Trade Is the Key to Building Jobs


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By EARL ANTHONY WAYNE, former U.S. ambassador to Mexico

Recent reports from the Joe Biden administration and the private sector highlight the importance of trade for U.S. prosperity and jobs.

They also point to North America’s role as a fulcrum for testing and achieving U.S. trade objectives and building wellbeing across the continent.

To strongly support, U.S. – and North American – workers, farmers and businesses, however, regional cooperation should also be part of an energized effort to expand export markets around the world with a more vigorous commercial diplomacy.

On March 1, the United States Trade Representative (USTR) released the Biden administration’s 2022 Trade Policy Agenda, it 2021 Annual Report to Congress and its and 2022-26 strategic plan for trade policy. The USTR reports highlight “key elements” of the Biden administration’s approach and reflect its emphasis on forging a more equitable and inclusive trade policy.

The USTR addresses trade around the world, but the agenda’s “key elements” all have significant North America dimensions, underscoring Canada and Mexico´s role as the United States’ largest trade and production partners.

On Feb. 28, the Business Roundtable also issued an updated study on trade and jobs that found more than 41 million U.S. jobs are supported by trade. One in every five U.S. jobs was linked to imports and exports of goods and services, based on pre-pandemic data (2019), the study found, and trade-dependent jobs have grown four times as fast as U.S. jobs generally. About 30 percent of those jobs, over 12 million, are supported by trade with Canada and Mexico, according to authors’ research.

The Business Roundtable report found that trade increases jobs in every U.S. state, including in sectors that are not commonly associated with trade, such as construction and hospitality services. It concluded that trade has net positive effects on the middle class, union members, minorities and those with a high school education, as well as higher levels of education.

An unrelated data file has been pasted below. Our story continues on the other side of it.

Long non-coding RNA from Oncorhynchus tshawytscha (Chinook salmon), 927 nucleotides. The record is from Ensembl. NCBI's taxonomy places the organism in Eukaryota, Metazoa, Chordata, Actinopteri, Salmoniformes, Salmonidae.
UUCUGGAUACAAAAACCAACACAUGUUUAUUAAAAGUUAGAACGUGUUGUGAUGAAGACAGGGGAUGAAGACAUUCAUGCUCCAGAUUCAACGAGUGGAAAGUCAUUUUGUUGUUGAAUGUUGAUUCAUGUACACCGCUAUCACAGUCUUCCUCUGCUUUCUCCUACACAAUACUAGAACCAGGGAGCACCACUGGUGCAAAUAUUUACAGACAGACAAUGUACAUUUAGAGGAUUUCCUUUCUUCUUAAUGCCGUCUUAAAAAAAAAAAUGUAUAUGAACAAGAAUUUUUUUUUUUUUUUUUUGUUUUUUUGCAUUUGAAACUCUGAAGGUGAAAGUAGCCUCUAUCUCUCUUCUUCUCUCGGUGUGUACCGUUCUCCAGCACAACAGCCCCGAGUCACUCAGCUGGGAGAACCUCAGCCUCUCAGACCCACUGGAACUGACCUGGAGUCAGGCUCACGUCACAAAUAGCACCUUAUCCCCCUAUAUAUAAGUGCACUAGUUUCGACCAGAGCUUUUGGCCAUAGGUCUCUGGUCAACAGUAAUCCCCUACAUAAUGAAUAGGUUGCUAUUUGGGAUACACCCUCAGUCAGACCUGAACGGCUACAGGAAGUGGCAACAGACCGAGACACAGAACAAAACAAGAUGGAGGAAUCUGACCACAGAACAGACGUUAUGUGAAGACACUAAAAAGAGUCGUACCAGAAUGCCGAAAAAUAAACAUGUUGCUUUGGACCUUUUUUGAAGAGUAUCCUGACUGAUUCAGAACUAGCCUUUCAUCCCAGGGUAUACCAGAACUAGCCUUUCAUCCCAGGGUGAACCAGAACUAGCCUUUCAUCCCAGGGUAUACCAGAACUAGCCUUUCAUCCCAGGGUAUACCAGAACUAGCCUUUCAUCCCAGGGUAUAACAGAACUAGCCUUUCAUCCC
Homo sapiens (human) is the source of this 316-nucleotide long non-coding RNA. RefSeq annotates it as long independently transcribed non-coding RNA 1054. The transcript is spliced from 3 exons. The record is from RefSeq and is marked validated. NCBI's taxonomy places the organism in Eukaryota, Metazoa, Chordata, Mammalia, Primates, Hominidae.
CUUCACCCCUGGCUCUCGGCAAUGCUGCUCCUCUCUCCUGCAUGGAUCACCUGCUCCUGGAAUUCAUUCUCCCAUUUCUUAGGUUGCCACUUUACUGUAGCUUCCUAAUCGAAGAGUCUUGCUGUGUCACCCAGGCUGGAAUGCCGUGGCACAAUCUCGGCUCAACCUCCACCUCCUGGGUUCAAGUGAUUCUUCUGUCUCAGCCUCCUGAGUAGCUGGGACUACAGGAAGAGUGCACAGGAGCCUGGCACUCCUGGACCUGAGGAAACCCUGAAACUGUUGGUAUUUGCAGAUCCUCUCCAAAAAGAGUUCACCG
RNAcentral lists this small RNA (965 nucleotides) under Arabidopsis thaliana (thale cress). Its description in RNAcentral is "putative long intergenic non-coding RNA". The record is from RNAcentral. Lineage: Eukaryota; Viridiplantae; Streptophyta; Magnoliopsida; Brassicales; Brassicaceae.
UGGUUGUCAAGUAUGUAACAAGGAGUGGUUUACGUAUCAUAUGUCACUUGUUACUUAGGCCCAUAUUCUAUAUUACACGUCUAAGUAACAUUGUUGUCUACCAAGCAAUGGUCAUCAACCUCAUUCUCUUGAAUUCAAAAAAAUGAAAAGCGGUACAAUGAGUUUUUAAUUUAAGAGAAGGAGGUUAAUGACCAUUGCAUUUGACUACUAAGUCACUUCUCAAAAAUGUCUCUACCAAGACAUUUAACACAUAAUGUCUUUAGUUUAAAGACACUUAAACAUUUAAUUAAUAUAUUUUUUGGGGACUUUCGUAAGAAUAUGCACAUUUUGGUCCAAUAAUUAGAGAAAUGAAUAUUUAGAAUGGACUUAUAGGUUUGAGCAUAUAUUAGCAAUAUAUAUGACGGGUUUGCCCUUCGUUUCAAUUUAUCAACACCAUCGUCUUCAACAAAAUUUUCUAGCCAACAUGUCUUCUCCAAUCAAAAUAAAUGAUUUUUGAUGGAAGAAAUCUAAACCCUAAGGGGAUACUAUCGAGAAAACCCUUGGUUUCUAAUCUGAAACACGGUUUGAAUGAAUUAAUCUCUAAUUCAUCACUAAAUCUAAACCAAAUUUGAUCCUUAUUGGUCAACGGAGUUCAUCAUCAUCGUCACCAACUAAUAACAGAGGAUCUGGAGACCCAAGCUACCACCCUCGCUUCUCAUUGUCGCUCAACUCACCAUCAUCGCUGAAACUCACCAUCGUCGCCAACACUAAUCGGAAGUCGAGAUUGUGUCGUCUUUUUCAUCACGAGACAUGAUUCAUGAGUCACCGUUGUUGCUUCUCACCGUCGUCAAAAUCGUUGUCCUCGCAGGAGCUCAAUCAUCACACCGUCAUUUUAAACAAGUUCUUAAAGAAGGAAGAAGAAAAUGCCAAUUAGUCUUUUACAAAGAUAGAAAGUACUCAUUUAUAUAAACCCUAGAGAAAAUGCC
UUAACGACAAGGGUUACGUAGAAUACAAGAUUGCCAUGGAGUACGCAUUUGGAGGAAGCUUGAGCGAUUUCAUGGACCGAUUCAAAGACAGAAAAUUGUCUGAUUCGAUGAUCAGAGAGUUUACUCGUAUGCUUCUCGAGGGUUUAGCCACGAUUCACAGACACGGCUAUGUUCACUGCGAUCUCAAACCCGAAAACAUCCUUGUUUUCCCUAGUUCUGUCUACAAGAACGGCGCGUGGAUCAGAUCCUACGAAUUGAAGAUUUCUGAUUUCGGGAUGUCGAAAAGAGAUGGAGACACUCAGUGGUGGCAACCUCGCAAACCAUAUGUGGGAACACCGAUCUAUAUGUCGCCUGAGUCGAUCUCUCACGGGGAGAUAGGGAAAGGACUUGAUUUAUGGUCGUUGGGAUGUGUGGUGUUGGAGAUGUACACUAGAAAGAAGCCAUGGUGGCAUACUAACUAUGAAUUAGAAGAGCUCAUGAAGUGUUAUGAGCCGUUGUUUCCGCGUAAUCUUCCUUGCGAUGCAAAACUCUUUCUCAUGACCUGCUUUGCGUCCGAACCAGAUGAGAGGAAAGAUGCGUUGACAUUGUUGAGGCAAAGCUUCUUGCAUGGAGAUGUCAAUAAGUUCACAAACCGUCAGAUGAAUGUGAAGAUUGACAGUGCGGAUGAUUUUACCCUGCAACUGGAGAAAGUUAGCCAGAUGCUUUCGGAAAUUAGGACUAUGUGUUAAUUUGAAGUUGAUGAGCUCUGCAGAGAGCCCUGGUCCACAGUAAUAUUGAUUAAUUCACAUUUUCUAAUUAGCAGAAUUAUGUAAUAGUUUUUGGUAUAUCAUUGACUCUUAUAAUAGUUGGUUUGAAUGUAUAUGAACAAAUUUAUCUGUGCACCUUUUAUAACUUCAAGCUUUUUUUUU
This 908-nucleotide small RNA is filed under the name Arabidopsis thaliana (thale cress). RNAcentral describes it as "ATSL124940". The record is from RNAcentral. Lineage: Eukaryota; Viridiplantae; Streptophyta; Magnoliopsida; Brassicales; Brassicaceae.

Together, these reports highlight how vital the United States’ trade agenda is for growing jobs and prosperity. Contrary to some current public opinion, trade is not a negative for job creation, an impediment to a strong middle class or a side note to domestic investment. It is a key part of restoring, fortifying and building future U.S. jobs. Middle class prosperity will grow as the United States expands markets for its goods and services, and deepens partnerships with countries that make U.S. products more competitive and its supply chains more resilient and dynamic.

This reminder of the vital trade-jobs linkages underscores the importance of restoring what is often called “commercial diplomacy” as a vibrant part of the United States’ economic agenda. It is not enough to “re-shore” businesses from Asia or to develop new, innovative businesses and services if the United States does not also actively expand overseas markets to buy those goods. Other countries, from China to our European partners, actively do this, while the United States has not made commercial diplomacy a priority.

Congress passed a new law in December 2019 mandating a whole of government commercial diplomacy effort to support U.S. workers, companies, farmers, entrepreneurs and stakeholders, but it has yet to be vigorously implemented.

The Biden administration should put a priority on expanding trade and markets for U.S. goods and services, and North America should be at the top of the list.

Canada and Mexico are the United States’ largest trading partners, vying for the top spot over the past two years. They are the largest buyers of U.S. exports, including agricultural goods. Around half the trade across North America is in “intermediate goods,” meaning goods that are used to build final products. Mexico and Canada incorporate more U.S. materials in their manufactured exports to the United States than do any other countries in the world, supporting jobs in all three countries. Plus, all three are now implementing a modernized trade agreement, the United States-Mexico-Canada Agreement (USMCA), which replaced the 25 year-old North American Free Trade Agreement (NAFTA).